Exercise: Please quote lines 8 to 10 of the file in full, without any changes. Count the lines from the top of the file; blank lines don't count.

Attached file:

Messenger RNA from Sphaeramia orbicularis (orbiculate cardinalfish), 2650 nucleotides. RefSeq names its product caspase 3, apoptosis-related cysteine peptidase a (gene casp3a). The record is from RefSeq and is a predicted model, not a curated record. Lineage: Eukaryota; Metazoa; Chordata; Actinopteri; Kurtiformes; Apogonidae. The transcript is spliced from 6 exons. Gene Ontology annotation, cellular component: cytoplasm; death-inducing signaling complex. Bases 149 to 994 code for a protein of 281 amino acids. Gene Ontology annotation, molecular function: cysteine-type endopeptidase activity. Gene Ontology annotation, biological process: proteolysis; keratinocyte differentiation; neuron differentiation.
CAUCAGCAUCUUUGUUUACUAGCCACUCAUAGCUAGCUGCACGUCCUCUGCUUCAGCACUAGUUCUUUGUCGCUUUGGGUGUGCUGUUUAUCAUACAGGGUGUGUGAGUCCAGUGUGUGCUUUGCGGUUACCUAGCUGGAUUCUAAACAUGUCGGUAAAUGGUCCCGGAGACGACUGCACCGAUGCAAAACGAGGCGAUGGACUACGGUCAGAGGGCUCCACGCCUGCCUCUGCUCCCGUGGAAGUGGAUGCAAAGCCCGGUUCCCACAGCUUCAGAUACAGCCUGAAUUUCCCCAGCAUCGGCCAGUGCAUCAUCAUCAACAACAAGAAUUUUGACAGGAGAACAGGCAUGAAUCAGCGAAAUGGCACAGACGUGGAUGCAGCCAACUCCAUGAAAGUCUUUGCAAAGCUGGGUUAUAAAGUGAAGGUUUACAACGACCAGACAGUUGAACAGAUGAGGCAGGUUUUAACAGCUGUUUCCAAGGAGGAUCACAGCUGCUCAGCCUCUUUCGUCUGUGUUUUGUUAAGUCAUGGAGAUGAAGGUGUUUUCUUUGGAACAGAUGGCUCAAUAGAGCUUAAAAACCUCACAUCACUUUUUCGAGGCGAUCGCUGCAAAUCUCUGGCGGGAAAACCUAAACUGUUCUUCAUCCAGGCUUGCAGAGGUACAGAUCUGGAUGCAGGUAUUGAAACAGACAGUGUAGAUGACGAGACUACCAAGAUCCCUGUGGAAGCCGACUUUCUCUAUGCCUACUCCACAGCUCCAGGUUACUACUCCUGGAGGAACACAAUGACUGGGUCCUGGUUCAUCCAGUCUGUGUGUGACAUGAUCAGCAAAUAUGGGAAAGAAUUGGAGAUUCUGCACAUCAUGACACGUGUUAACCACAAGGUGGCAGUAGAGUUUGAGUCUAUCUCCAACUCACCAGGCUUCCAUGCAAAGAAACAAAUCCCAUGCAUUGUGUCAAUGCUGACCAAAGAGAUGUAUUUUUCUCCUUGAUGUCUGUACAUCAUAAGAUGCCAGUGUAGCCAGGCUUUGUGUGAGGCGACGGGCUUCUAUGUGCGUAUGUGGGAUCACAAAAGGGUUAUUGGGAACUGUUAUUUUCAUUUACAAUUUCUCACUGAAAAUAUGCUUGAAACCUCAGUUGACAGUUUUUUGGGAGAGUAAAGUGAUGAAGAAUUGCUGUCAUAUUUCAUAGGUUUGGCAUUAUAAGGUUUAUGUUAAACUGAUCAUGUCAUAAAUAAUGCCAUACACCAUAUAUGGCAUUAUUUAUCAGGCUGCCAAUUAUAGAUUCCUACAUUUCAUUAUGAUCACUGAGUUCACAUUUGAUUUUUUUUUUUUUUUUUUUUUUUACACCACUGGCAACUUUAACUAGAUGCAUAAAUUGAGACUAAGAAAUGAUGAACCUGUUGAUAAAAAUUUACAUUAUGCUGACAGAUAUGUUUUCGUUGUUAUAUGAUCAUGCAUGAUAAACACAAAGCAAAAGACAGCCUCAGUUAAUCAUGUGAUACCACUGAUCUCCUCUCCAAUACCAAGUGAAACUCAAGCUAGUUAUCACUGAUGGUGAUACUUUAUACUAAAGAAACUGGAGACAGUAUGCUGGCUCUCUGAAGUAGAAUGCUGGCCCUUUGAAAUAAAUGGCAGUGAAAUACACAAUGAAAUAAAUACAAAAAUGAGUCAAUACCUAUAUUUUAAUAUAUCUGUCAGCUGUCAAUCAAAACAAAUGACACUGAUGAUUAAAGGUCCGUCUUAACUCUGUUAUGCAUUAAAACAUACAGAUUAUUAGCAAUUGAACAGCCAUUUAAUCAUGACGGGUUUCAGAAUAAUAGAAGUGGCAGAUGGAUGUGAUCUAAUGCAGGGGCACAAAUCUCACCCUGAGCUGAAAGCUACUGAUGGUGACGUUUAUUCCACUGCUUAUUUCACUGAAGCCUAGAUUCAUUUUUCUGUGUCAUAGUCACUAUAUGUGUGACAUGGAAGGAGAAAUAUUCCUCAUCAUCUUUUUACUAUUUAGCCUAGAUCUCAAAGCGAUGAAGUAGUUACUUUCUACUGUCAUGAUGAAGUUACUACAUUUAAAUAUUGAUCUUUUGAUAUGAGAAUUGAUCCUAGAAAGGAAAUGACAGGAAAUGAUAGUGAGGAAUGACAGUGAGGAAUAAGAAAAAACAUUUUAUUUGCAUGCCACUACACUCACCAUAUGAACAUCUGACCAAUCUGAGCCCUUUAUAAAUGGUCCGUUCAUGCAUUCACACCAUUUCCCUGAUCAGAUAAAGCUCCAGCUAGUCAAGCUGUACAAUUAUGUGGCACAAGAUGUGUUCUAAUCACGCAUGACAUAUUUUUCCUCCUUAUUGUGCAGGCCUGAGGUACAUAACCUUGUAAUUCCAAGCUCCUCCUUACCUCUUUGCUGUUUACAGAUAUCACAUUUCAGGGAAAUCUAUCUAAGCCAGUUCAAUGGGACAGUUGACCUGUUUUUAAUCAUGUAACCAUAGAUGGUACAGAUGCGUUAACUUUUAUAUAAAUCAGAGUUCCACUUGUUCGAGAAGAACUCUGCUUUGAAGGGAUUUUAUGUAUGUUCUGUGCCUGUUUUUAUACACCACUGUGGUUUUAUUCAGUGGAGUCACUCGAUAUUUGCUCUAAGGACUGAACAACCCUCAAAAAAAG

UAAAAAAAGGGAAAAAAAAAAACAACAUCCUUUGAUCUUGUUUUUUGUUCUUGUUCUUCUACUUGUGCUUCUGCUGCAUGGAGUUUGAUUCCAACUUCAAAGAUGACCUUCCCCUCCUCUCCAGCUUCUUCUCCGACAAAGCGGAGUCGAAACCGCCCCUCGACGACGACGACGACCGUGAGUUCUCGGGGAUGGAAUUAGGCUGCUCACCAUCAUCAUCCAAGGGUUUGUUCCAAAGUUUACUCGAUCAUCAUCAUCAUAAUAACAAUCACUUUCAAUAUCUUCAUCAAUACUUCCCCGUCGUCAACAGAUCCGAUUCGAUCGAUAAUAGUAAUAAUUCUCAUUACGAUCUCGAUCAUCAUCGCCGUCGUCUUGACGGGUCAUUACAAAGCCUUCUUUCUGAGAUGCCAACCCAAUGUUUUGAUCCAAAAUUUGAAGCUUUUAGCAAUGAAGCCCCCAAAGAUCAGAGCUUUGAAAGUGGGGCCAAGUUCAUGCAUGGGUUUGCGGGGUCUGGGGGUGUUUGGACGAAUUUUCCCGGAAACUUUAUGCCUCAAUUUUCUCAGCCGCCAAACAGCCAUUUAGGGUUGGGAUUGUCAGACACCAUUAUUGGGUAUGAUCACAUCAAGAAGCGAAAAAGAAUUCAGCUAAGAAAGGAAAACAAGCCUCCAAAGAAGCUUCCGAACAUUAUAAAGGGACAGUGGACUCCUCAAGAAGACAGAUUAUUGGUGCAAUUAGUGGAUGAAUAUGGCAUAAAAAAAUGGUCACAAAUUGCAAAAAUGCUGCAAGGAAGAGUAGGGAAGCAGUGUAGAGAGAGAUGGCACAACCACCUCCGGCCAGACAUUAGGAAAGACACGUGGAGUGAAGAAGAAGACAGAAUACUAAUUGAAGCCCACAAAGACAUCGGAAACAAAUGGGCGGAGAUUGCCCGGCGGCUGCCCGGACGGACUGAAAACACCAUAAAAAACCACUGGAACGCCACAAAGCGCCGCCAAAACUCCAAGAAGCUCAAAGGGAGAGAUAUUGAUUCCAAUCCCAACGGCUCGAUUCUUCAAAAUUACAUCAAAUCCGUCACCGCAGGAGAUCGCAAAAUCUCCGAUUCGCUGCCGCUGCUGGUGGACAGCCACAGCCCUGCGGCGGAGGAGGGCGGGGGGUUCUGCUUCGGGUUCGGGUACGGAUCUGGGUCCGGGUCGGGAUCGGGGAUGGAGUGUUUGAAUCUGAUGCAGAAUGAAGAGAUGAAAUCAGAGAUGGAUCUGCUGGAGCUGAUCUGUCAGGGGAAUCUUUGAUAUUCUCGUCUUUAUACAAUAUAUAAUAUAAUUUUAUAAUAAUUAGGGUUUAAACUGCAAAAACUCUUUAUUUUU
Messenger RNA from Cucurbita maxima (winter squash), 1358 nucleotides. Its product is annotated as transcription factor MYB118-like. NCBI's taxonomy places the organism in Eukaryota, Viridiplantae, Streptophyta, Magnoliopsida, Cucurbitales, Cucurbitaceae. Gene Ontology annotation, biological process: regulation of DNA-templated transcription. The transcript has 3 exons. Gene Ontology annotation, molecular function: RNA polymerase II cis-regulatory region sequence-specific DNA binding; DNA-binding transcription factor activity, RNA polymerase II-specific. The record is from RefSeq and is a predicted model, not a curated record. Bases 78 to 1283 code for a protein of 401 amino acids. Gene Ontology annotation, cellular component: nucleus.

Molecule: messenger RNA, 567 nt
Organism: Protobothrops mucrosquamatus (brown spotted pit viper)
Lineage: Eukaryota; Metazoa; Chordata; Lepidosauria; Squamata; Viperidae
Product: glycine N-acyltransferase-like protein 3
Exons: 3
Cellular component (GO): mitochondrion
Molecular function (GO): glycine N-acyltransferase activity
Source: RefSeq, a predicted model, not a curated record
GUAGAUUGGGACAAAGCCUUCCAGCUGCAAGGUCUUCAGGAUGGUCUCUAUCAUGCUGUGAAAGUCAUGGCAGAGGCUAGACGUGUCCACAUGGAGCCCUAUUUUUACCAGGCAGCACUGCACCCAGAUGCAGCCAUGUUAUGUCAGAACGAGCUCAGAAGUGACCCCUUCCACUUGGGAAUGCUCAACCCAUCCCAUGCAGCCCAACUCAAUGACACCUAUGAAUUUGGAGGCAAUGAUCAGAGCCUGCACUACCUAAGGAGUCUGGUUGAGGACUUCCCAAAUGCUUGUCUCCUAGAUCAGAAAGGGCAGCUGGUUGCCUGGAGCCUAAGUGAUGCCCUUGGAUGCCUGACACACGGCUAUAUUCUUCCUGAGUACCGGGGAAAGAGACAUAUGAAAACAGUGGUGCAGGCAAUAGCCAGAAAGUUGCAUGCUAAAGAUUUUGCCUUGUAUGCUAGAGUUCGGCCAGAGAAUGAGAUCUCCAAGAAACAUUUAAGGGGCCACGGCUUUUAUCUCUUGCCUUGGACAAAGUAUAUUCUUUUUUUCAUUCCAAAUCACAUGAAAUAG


Product: glycine N-acyltransferase-like protein 3
Exons: 3
Cellular component (GO): mitochondrion